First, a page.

Thursday, August 13, 2015

My View #79 - Beauty Aids - another look at days long ago, 1925-27

When Mary and I, and hundreds of others, were young girls, we loved to read women's magazines, "Good Housekeeping," "Red Book," "Women's Home Companion," "Ladies' Home Journal," and "Chatelaine," and look for coupons in the last pages. Big cosmetic companies put in ads like this: "For 25c to cover postage, we will send you a sample of perfume/lip rouge,/cold cream/ eyebrow pencil/ skin lotion/ toothpaste/ shampoo." What young girl could resist that call, and those companies always sent the stuff. Richard Hudnut, Coty, Three Flowers, Ponds, Houbigant, Lolynos and Lux were some of the names I remember.

We just liked to collect them, never used them. It was fun to compare what you got with friends. When I think about it now, it was an advertising gimmick. We were too young at that time, 12-14 years old, to use makeup. How times have changed. No more samples, I think those companies made quite a good job of adverts, when only a few people even had a telephone. So much for a bit more history. Beauty is more in the heart and eye of the beholder. All babies and little children are born to beautiful. It is the life we live and the weather we endure that helps to change our beauty, sad to say, but true. That is why we need "beauty aids." A smile costs us nothing and is very healing. XXX Go ahead, love and smile. You are all very beautiful to me, my family.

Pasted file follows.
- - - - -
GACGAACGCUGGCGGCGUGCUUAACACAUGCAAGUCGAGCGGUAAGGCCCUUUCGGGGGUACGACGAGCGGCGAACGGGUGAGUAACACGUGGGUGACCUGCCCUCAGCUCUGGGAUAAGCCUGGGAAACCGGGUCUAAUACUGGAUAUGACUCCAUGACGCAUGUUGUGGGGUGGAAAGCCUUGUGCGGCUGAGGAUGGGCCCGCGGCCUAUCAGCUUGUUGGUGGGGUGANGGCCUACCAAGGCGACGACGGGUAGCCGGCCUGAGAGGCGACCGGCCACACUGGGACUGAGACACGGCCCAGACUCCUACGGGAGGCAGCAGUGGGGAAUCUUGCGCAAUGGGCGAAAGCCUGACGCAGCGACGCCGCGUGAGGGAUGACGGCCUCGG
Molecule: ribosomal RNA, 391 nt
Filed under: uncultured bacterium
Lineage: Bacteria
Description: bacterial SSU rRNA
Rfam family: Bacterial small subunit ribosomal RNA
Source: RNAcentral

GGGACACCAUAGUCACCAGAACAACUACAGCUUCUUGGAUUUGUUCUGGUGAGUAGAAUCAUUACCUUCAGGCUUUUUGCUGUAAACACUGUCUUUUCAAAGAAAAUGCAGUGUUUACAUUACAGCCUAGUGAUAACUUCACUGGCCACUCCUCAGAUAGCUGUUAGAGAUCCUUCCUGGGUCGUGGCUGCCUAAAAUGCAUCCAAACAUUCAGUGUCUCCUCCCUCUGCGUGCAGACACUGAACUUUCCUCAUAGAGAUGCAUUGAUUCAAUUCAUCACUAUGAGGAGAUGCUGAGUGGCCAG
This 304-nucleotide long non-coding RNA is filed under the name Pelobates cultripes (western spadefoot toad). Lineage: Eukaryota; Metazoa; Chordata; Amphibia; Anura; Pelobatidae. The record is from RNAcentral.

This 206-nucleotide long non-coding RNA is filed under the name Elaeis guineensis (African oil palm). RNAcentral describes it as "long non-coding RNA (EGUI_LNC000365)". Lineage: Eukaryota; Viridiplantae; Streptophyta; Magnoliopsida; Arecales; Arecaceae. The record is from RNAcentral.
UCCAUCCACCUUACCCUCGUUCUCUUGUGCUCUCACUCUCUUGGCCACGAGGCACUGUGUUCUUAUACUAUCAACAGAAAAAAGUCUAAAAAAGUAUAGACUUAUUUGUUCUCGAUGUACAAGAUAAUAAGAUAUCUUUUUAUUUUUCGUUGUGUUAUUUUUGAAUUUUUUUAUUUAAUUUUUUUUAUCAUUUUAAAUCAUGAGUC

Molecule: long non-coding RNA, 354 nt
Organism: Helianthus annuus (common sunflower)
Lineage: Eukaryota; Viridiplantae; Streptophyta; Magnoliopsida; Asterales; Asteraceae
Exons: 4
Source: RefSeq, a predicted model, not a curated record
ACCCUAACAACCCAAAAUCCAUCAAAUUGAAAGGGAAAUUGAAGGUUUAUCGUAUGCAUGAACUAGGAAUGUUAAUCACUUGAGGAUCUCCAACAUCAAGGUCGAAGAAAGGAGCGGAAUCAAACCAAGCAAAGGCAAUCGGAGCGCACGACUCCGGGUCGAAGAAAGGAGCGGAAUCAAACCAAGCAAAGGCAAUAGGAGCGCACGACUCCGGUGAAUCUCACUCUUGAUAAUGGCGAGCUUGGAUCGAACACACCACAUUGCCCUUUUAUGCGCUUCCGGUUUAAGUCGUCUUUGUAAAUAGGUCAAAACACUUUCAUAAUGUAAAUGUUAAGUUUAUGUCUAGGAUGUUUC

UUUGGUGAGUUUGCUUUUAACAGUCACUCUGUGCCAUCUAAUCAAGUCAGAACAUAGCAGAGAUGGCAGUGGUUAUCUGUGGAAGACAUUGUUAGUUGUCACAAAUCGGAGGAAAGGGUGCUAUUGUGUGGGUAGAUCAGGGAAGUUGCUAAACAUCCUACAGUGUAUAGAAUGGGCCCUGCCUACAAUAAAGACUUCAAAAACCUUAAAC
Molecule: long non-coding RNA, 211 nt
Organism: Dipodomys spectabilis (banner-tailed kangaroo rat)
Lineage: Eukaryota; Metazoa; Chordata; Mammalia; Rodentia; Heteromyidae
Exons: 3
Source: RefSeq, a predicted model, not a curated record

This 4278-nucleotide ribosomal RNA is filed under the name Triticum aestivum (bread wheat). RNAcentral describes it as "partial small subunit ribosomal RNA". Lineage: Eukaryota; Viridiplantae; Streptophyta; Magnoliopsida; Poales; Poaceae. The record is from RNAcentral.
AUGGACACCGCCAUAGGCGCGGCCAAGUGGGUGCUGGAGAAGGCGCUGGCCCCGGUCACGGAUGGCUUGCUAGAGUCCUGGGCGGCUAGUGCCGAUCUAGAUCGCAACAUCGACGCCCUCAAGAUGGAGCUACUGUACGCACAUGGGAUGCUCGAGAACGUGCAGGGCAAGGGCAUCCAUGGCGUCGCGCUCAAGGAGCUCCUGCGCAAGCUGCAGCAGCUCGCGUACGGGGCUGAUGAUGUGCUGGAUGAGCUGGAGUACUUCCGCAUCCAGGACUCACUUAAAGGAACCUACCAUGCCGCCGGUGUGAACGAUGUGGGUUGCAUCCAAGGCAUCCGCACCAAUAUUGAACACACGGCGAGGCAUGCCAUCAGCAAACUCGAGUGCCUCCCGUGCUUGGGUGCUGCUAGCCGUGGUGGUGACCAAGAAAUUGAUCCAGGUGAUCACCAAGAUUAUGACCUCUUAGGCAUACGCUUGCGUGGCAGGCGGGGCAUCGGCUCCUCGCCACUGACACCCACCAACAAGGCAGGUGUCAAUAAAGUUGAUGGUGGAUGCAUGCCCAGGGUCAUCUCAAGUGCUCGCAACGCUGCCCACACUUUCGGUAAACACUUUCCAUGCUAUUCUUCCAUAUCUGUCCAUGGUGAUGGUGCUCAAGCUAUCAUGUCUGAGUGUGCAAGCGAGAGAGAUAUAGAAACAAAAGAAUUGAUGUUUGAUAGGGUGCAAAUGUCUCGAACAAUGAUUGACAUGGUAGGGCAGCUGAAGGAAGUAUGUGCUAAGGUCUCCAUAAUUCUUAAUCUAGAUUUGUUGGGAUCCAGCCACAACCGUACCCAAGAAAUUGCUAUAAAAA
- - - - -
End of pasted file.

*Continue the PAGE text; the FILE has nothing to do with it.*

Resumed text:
Love, hugs and kisses,
Mom August 18, 2007

The only makeup I ever recall my mother using was lipstick. Oh, I tried hard when I was in my twenties, showing her how to use blush, foundation, eye shadow to take off a few years, but she was not interested; in fact, she sharply criticized me when I began shaving my legs at around 15.
Of course, anyone who picks up a current woman's magazine, realizes they have plenty of free samples, typically perfume, but I've seen moisturizer too. 

Do you really think she and her friends did not use any of those samples? Knowing what its like to be a teenaged girl, I suspect they used them all, but hid it from their mothers, since make-up in those days was looked down on as morally suspect. Now, it's simply good grooming.